A clever idea that shares the losses and the spoils for those responsible for the housing mess, and helps in keeping family in their houses and props up the market. What more can one ask for?
We Can Keep People in Their Homes
Let lenders profit later for easing terms now.
By ANDREW CAPLIN , THOMAS COOLEY , NOEL CUNNINGHAM and MITCHELL ENGLER
- The world’s turned upside down. For generations of Americans, family homes were assets to be bequeathed to our children. Today, instead, we are proposing to leave them billions of dollars in long-term debt issued by the federal government to prop up a housing market gone bad. This is unfair.
- Moreover, while the rescue plan may help the balance sheets of financial institutions, it does nothing to help the balance sheets of households. Their problems must be addressed.
- The way to do so is through the shared appreciation mortgage, or SAM. The concept is simple: Homeowners are offered the chance to write down a portion of their mortgage debt, but at the same time, they are required to share future appreciation gains with those who helped them out.
- Let’s take stock of the dead end into which we are currently careening. Today, as home prices plummet, a growing number of families are defaulting on their mortgages and being kicked out of their homes. By the time housing prices stabilize, as many as 20 million households may be upside down on their mortgages, creating incentives to default.
- These defaults set in motion a vicious cycle. Foreclosure is a slow and costly process. Foreclosed properties diminish the worth of nearby homes, driving yet more homeowners into default. Taxpayers are the next casualties. Fannie Mae and Freddie Mac using Treasury money to buy up subprime mortgages, and the bailout authorized by Congress earlier this month, put tax dollars behind the banks and other financial institutions that hold these mortgages.
- If we force lenders to write down yet more mortgages, they will just pass the loan losses on to the next generation. Our children — the future taxpayers of America — are the “losers of last resort,” responsible for today’s bad debts of the financial sector.
- The federal government needs to give taxpayers an ownership stake in the future. The SAM does just this. For example, a homeowner unable to support payments on a house purchased for $200,000 that today is worth only $150,000 might be offered a write-down of up to $50,000. But this would not be a free lunch.
- With the SAM, once the value began appreciating above $150,000, the mortgage holders would be due their share. The details of the write down and the appreciation sharing could be tailored to different circumstances. But one way to give lenders a share of the upside would be to pay back some of the write down if the house is later sold, in the scenario above, for more than $150,000. This is a model in which both parties benefit, preventing default while giving future taxpayers a fighting chance at some real upside to the investment we’re forcing on them.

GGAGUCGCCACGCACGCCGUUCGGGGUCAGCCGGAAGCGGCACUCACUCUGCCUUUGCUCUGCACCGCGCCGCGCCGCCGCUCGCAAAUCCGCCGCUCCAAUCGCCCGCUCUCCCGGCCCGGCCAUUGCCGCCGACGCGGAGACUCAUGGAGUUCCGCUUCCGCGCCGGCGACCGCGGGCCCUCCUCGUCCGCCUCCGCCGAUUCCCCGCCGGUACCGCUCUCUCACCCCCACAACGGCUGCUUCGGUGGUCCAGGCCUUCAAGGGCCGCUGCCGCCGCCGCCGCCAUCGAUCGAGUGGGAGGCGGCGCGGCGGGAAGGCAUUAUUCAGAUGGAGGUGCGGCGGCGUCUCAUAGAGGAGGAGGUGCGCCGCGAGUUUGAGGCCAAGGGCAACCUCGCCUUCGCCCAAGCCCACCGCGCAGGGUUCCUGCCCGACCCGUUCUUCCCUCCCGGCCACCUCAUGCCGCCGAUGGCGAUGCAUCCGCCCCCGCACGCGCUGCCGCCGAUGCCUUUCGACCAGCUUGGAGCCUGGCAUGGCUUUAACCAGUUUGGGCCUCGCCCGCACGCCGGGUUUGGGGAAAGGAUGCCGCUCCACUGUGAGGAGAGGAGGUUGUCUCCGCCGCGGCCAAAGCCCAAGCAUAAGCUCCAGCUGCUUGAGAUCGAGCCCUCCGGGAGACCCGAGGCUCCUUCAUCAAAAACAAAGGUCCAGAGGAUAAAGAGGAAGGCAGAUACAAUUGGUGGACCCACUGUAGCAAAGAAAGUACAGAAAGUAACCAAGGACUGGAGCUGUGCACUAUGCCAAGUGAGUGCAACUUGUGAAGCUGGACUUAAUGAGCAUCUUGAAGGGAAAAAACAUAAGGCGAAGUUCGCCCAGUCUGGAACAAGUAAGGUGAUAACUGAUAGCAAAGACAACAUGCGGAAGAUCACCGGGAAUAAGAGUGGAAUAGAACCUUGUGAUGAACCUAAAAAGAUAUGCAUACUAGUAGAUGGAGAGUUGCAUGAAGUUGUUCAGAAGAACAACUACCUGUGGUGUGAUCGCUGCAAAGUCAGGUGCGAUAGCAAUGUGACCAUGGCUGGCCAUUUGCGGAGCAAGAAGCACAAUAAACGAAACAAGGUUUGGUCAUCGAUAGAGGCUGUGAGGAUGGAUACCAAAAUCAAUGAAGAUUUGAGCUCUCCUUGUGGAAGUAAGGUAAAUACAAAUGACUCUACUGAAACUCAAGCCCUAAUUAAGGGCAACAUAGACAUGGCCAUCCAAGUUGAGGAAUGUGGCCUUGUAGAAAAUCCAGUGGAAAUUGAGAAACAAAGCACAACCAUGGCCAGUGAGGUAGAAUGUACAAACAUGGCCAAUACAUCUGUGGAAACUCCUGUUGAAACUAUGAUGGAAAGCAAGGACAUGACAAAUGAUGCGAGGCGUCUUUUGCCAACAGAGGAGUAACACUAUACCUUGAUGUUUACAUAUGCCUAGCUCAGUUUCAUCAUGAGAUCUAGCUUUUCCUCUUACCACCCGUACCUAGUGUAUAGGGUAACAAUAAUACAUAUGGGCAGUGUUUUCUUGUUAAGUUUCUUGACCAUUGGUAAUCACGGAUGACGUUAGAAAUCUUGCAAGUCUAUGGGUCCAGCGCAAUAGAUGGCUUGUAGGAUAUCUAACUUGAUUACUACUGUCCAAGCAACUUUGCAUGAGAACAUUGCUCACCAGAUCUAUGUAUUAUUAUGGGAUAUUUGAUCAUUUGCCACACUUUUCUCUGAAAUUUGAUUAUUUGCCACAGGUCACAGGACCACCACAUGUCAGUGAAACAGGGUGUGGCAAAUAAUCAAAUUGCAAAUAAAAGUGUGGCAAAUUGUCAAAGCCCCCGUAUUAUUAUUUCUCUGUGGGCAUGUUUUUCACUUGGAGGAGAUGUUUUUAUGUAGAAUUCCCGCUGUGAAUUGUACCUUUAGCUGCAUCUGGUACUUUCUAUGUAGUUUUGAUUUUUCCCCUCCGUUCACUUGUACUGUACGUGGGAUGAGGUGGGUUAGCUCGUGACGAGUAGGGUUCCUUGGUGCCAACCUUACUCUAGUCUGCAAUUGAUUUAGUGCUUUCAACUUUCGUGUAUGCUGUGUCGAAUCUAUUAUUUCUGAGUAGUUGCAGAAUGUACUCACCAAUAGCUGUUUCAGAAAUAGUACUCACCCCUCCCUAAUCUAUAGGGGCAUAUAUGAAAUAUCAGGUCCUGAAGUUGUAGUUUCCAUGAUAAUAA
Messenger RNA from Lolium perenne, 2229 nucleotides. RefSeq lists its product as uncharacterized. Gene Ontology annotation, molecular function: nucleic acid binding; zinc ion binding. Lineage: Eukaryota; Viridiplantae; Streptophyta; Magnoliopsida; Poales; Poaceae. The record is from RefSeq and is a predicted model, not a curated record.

- Many mortgages have been sliced and diced so that there is no single lender with whom to bargain. But there are paths to renegotiation that Congress or the Treasury could enact to create the incentives to make it happen.
- Appreciation sharing is a cost to the borrower. Thus, if the terms are set correctly, those with the means to get through the decline in their collateral without giving up some of their upside will find it in their interest to do so.
- The SAM was pioneered by banks in the U.S. some 40 years ago, but it has been allowed to languish due to an archaic, IRS-imposed block. (The IRS hasn’t ruled whether such a contract is a mortgage because it combines elements of equity and debt.) This block could be removed at the stroke of the Treasury secretary’s pen.
- Almost 75 years ago, in the depths of the Great Depression, the nation faced a housing market collapse even more brutal than today. The federal government responded with a strategy that allowed homeowners to keep their homes and kept the bottom from falling out of the real-estate market. Unprecedented at the time, the 30-year fixed rate mortgage has since become the gold standard in markets around the world.
- Today, facing a similar collapse, the federal government needs to be equally bold. SAMs are the new deal in housing that our children need.
- Mr. Caplin is an economics professor and co-director of the Center for Experimental Social Science at New York University. Mr. Cooley is dean of the Stern School of Business at NYU. Mr. Cunningham is a law professor at NYU. Mr. Engler is a professor at the Benjamin. N. Cardozo School of Law.
There is one risk of this otherwise smart plan. In the short-term, financial institutions will take some hit because of the writedowns (despite them having a stake in future recovery).
However, we think this risk is smaller than some (like Mankiw) assume as the alternative is a foreclosure, which is a fire sale which typically leads to losses for the financial institution instigating it anyway. And with foreclosures, there are no compensating future gains, and there is large collateral damage in the form of a household that is left with no house and a big debt.
What’s more, the cost (and gains) is shared by borrower and lender alike, both bare some responsibility for the mortgage that was not terribly sensible. It’s a form of poetic justice, one could argue.
It’s a clever idea.